In 1975, Sanger first wrote about aboriginal swordfish hunting, looking at why the practice stopped on the Maine coast around 3,800 years ago. One hypothesis is that there was a significant change in swordfish range, brought on by cooling sea-surface temperatures; the other is that a cultural shift occurred when a new way of life was introduced during the Susquehanna period by peoples of the Chesapeake Bay region.

In subsequent years, Sanger has investigated swordfish behavior and sea-surface conditions in an attempt to understand why coastal middens younger than 3,800 years are void of pieces of swordfish bill, skeletal remains and artifacts made with the swords. He has consulted oceanographers and marine biologists about sea-surface conditions, climate change, and fish physiology and behavior. Key to his research were interviews with seven former swordfishermen from Nova Scotia who hunted by harpoon, technology with striking similarities to that unearthed in Late Archaic middens.

While the question is still open as to whether a change in culture or climate occurred 3,800 years ago, the logistics of aboriginal swordfish hunting are better understood and debunked as a result of Sanger's interdisciplinary investigation.

"Anecdotal evidence has built up, and even some biological literature suggests that the swordfish is pugnacious, implying volition," Sanger says. "I wanted to find out if fishermen with face-to-face encounters regard this fish as pugnacious."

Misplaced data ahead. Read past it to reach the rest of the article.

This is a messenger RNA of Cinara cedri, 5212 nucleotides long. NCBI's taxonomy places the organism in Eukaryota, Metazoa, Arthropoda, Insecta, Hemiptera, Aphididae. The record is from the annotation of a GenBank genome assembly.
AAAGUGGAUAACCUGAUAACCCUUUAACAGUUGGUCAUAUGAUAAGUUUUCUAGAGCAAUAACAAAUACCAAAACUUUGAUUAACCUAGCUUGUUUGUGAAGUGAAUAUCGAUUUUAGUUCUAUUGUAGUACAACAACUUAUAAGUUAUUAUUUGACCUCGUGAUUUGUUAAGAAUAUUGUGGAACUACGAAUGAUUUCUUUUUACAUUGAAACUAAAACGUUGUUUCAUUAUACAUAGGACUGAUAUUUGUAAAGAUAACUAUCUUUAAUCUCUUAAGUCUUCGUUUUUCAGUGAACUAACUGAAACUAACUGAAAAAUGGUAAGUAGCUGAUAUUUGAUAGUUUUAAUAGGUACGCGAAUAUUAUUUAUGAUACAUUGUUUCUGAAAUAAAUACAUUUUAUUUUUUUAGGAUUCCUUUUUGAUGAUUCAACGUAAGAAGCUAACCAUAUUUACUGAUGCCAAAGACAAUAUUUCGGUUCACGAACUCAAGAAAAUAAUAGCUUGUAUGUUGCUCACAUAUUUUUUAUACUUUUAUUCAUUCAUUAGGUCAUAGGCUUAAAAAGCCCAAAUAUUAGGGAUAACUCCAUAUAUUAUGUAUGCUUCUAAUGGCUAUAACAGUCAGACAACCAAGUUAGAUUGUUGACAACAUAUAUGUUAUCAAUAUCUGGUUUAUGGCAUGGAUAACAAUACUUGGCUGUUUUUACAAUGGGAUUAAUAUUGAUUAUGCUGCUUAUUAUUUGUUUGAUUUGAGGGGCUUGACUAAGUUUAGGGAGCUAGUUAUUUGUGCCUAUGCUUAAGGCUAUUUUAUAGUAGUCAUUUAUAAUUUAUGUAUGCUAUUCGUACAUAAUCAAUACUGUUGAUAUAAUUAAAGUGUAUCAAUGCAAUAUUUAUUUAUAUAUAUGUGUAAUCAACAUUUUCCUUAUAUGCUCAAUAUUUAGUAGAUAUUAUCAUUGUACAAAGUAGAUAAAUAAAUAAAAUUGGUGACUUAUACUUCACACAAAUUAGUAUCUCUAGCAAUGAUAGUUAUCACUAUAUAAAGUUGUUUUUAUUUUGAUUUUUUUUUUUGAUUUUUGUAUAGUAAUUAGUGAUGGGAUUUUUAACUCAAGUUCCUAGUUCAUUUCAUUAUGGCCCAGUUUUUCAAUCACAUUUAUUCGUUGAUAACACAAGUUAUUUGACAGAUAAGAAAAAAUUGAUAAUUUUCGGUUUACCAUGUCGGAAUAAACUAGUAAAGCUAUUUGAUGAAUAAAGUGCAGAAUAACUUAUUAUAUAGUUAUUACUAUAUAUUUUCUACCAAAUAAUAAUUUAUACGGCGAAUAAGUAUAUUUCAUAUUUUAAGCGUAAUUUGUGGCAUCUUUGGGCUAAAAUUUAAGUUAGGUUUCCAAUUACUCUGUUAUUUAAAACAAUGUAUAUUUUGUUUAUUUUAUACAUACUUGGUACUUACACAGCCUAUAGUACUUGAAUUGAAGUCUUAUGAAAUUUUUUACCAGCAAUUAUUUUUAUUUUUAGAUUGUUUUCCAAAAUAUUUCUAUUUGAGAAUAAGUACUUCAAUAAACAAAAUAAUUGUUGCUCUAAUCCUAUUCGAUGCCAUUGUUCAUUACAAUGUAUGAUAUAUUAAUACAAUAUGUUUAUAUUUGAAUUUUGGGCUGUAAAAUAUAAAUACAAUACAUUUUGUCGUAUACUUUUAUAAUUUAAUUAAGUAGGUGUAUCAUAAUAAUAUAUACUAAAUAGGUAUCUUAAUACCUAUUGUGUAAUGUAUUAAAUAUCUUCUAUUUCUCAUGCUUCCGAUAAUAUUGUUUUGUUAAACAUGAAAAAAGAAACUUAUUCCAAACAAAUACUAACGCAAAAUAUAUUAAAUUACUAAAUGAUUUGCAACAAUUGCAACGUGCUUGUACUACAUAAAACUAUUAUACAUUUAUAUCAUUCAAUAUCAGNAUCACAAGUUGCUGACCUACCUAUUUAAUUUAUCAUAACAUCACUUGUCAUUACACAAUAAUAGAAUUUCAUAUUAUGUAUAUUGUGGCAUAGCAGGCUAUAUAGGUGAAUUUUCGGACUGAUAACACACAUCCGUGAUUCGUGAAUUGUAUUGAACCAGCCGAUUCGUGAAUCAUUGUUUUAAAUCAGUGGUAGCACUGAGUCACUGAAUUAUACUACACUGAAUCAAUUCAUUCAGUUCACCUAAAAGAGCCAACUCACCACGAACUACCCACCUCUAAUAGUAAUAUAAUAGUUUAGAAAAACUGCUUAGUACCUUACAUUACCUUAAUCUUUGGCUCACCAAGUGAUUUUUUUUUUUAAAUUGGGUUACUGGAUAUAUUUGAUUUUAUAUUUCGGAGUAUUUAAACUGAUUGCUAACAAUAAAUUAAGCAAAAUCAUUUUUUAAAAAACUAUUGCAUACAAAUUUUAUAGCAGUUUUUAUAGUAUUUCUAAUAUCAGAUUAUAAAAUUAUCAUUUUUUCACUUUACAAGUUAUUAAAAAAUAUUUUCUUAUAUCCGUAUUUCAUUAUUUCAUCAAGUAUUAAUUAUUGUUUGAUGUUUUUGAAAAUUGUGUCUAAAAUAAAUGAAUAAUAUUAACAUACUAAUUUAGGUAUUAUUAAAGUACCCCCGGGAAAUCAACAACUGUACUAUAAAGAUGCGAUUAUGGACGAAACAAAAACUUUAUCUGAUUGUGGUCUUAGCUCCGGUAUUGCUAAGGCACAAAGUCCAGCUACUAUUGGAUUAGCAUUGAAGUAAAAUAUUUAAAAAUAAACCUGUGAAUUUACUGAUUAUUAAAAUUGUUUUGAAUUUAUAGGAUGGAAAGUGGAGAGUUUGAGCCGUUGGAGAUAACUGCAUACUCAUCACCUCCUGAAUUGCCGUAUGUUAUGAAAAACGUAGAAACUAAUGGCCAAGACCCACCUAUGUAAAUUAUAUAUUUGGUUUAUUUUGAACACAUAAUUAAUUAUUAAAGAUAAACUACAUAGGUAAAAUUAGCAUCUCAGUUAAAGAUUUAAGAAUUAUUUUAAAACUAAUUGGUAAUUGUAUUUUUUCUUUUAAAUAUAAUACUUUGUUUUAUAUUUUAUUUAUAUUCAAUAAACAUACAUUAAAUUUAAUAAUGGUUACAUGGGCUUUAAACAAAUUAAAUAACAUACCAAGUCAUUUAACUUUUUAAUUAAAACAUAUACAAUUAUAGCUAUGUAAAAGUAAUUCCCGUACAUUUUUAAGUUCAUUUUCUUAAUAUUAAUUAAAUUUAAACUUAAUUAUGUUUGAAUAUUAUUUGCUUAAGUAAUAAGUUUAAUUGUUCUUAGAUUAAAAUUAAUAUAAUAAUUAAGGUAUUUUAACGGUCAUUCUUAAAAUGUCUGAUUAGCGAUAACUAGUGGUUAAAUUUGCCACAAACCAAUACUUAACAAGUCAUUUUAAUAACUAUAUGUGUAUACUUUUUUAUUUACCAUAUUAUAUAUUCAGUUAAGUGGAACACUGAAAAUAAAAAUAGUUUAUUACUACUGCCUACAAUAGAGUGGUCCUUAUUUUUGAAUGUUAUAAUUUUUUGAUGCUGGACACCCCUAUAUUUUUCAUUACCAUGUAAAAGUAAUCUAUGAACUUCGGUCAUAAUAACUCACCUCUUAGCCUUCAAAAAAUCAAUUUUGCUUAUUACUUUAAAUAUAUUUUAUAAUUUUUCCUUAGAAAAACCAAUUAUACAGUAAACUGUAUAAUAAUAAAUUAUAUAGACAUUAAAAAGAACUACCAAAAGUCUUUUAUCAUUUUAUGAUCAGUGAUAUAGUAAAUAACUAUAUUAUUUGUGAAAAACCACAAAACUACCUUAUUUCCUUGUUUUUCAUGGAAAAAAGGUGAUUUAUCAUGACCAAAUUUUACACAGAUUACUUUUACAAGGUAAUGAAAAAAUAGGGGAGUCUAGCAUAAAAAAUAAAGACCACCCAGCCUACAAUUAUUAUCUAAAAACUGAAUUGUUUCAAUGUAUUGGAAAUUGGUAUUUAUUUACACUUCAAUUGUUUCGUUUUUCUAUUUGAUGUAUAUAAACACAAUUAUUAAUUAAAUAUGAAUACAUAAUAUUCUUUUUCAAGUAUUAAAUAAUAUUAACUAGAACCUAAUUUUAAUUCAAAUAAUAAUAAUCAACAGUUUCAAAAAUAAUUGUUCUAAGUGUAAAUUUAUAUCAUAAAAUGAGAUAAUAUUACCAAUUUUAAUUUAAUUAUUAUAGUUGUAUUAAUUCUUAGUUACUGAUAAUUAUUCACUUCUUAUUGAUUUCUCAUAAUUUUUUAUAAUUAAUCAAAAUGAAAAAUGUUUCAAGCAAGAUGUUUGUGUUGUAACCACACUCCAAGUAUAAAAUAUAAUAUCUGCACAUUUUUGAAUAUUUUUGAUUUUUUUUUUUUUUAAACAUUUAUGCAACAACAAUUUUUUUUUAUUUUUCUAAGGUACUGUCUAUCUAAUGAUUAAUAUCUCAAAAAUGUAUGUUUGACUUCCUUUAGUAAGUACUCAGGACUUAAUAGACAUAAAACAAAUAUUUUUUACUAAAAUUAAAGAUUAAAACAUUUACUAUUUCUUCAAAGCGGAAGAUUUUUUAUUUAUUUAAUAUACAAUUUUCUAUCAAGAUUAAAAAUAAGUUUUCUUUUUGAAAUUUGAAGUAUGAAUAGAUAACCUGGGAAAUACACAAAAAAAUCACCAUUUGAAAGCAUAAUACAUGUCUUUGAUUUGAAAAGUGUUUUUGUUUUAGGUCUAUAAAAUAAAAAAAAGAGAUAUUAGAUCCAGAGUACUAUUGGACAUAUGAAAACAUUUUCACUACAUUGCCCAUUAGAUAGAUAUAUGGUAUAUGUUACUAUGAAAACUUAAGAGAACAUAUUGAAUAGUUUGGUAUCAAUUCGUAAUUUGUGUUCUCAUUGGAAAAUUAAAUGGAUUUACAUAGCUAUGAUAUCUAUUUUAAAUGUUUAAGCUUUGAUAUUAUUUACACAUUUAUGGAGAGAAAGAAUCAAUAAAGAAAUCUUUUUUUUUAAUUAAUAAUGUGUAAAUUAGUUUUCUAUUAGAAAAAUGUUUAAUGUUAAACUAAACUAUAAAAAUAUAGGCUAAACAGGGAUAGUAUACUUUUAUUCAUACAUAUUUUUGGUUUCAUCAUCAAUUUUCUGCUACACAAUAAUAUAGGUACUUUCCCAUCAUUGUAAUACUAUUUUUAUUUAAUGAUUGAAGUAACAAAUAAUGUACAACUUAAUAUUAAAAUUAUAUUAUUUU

Sanger and James Moreira, a folklorist and director of the Maine Folklife Center on campus, interviewed long-time swordfishermen from Nova Scotia who plied the waters off Maine and the Maritimes in the 1930s50s using hand-thrown harpoons and dory retrieval.

Up until the 1960s, before the use of spotter aircraft, radar and longlines, swordfishing in New England and Nova Scotia was largely still done using a harpoon with attached retrieving line (about 100 fathoms or 183 meters) and an empty 10-gallon wooden keg as a float. The harpooner stood on a pulpit projecting over the bow in order to get directly over the fish, aiming for the body below the backbone and between the ribs. Once the swordfish was struck, a dory was dispatched to retrieve the keg and begin reeling in the catch.

Barbed harpoon heads, some with gouged holes for the retrieving line, uncovered in archaeological sites in Maine thousands of years old, clearly resemble technology used by modern swordfish hunters. The earliest evidence of North American harpoon technology came from a 7,500-year-old burial site in Labrador. In the Late Archaic age, lines could have been made from leather or plants. Line holes in the harpoons indicate cordage of small diameter; attached to the line was probably a float, perhaps made of inflated sealskin.